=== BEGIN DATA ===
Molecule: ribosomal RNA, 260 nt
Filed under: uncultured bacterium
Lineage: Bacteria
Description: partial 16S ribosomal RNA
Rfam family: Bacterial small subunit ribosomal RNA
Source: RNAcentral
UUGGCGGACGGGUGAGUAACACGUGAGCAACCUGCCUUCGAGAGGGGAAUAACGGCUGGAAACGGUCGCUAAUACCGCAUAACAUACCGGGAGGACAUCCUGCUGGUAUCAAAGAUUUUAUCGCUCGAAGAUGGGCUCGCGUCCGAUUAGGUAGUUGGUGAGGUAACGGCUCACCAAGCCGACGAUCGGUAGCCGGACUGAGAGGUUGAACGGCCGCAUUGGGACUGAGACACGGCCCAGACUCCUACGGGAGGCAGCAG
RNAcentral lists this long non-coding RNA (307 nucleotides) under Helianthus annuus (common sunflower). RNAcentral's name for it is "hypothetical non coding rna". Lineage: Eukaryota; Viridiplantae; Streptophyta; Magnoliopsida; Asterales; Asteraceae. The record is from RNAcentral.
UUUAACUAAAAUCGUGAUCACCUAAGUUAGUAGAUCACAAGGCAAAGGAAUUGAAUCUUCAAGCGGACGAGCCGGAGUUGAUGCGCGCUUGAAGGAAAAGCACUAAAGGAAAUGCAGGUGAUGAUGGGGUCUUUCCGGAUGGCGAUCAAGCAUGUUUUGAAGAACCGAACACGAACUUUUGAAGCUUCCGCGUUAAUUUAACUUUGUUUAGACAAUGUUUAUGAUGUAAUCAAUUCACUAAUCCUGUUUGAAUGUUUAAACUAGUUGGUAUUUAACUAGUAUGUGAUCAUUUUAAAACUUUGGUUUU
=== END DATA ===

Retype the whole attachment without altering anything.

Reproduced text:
Molecule: ribosomal RNA, 260 nt
Filed under: uncultured bacterium
Lineage: Bacteria
Description: partial 16S ribosomal RNA
Rfam family: Bacterial small subunit ribosomal RNA
Source: RNAcentral
UUGGCGGACGGGUGAGUAACACGUGAGCAACCUGCCUUCGAGAGGGGAAUAACGGCUGGAAACGGUCGCUAAUACCGCAUAACAUACCGGGAGGACAUCCUGCUGGUAUCAAAGAUUUUAUCGCUCGAAGAUGGGCUCGCGUCCGAUUAGGUAGUUGGUGAGGUAACGGCUCACCAAGCCGACGAUCGGUAGCCGGACUGAGAGGUUGAACGGCCGCAUUGGGACUGAGACACGGCCCAGACUCCUACGGGAGGCAGCAG
RNAcentral lists this long non-coding RNA (307 nucleotides) under Helianthus annuus (common sunflower). RNAcentral's name for it is "hypothetical non coding rna". Lineage: Eukaryota; Viridiplantae; Streptophyta; Magnoliopsida; Asterales; Asteraceae. The record is from RNAcentral.
UUUAACUAAAAUCGUGAUCACCUAAGUUAGUAGAUCACAAGGCAAAGGAAUUGAAUCUUCAAGCGGACGAGCCGGAGUUGAUGCGCGCUUGAAGGAAAAGCACUAAAGGAAAUGCAGGUGAUGAUGGGGUCUUUCCGGAUGGCGAUCAAGCAUGUUUUGAAGAACCGAACACGAACUUUUGAAGCUUCCGCGUUAAUUUAACUUUGUUUAGACAAUGUUUAUGAUGUAAUCAAUUCACUAAUCCUGUUUGAAUGUUUAAACUAGUUGGUAUUUAACUAGUAUGUGAUCAUUUUAAAACUUUGGUUUU